On Knowledge and Adulthood..
He felt that he was at an important moment in his life although he was not sure of the source of this feeling. Perhaps it was a sense of impeding decisions, that for the first time in his life he would be able to choose what he would do with himself. He considered this and decided that he did not think it was that. Perhaps it was to do with approaching the end of his PhD, a sense of completing a job and it was this which made him feel grown up, an adult, an agent in the world. He did feel that sense but that was a plodder’s delight, satisfaction at (nearly) getting a job done, not any expectation of having arived at transforming knowledge. (p.85)
It was what he studied, migration trends and policies in the European Union. He could describe the patterns and provide the historical context, locate this wave from the Maghreb and its destination and that one from Zimbabwe and how it dispersed. He could construct tables and draw graphs, yet he knew that each one of those dots on his chart had a story that the graphs could not illustrate. He knew that from his Ba, and he knew that from the faces that he saw in the streets, and from the silent spaces in the reports he read. He knew that it was a clutter of ambition and fear and desperation and incomprehension that brought people so far and enabled them to put up with so much. (p.86)
On Stereotypes and Privilege
“They were all looking at her, waiting for her to speak, to tell them what her real nation was. She wished she could get up and leave, and walk quickly to the train station and travel to wherever her real nation was. She wished she had more panache, and knew how to charm people she did not like.” (p.116)
On War and Citizenship..
“They took no notice of those who marched, or of others who didn’t march but raised their objections in other ways, and went right ahead with their war. It made Jamal wonder what it meant to be a citizen: how millions of them listened to what they were told, and thought about it and were not persuaded, how so many people, all over the world, spoke their reluctance and outrage and disagreement, and yet how all of this made no difference. ” (p.126)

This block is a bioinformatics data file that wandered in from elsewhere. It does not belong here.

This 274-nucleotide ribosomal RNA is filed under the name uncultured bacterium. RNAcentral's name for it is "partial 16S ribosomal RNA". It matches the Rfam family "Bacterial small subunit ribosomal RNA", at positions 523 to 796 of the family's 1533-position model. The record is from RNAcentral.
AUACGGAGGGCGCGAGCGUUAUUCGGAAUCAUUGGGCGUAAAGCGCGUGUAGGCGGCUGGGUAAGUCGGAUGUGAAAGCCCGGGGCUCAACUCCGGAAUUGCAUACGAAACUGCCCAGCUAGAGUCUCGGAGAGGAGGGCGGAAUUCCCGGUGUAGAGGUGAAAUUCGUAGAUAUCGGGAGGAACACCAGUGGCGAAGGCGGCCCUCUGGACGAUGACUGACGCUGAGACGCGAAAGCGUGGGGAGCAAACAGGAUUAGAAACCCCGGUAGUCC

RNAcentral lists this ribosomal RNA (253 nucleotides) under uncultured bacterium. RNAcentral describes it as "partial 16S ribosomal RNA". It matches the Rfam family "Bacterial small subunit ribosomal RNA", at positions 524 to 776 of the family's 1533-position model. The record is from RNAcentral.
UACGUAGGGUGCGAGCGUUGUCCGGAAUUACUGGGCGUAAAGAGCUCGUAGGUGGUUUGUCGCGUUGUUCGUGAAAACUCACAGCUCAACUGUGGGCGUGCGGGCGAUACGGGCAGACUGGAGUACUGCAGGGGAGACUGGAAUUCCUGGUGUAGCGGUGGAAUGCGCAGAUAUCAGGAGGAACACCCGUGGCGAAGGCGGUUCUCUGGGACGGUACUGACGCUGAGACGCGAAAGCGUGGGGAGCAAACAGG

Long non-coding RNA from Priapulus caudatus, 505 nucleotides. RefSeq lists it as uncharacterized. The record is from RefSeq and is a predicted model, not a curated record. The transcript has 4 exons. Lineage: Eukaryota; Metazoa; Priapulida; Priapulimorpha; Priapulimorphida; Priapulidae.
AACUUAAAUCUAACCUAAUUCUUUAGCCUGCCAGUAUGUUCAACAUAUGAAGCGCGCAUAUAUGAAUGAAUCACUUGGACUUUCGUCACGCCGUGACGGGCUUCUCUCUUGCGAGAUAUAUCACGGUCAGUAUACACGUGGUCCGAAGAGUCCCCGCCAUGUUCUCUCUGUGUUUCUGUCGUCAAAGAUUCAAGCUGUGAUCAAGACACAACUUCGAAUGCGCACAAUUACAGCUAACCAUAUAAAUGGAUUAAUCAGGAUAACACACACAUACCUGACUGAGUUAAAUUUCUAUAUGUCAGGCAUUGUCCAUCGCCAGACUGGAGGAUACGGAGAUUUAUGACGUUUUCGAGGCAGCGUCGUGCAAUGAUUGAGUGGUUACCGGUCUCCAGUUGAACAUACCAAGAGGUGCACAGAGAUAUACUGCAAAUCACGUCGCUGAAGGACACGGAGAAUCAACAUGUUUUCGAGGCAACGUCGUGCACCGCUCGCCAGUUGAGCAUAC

Being an aunt is something that is very close to my heart, and though we’re in different provinces at present, I’m celebrating the birthday of my nephew today. Sharing stories over pancake and berries breakfasts, whispering at 4 am during weekend sleepovers, drawing pictures and reading books together, and just generally witnessing a child develop from an infant into someone with speech, opinions, and a definite personality is a fascinating and blessed process. (At the end of this post is a list I wrote for terry.ubc.ca when my nephew turned one of the lessons I’ve learnt during his first year. The lessons are still true, so I’ve reposted them here)
He isn’t alone on the fantastic child list though. During my trip to Singapore last month, I kept running into wonderful kids who inspired me with their curiosity and intellect. I passed by a travel store one day with a giant globe at its entrance, and two siblings who were probably 9 and 11 years old were quizzing each other of their knowledge of tiny countries, and trying to map out flight routes. They were struggling to find a few countries, and we struck up a conversation. The next day I was on the MRT and a mum and her son of about ten years of age were talking about Google, what a googol is, and how that relates to what the search engine intended to do at the outset of its creation.
It reminded me of other kids I’ve met from time to time who have qualities that I wished schools and cities cultivated within all young people: voracious reading, tremendous curiosity, and an ability to figure out answers to questions that puzzle them. Imagine what communities would look like if we planned them (and budgeting priorities) with the learning needs and experiences of the youngest members of cities in mind. Then imagine where you live at present. Though some places are better than others, there is still so so much that we need to do.
Life Lessons From A One Year Old
1) Disappointments are to be experienced intensely, mourned briefly, and then forgotten. Failure should not hinder one from trying and trying again.
2) People are fascinating. Seek them out. Be unafraid to start conversations. To smile. To wave hello to your neighbours. Make a habit of constantly expressing your delight that you are in the company of others, and the recipient of their attention.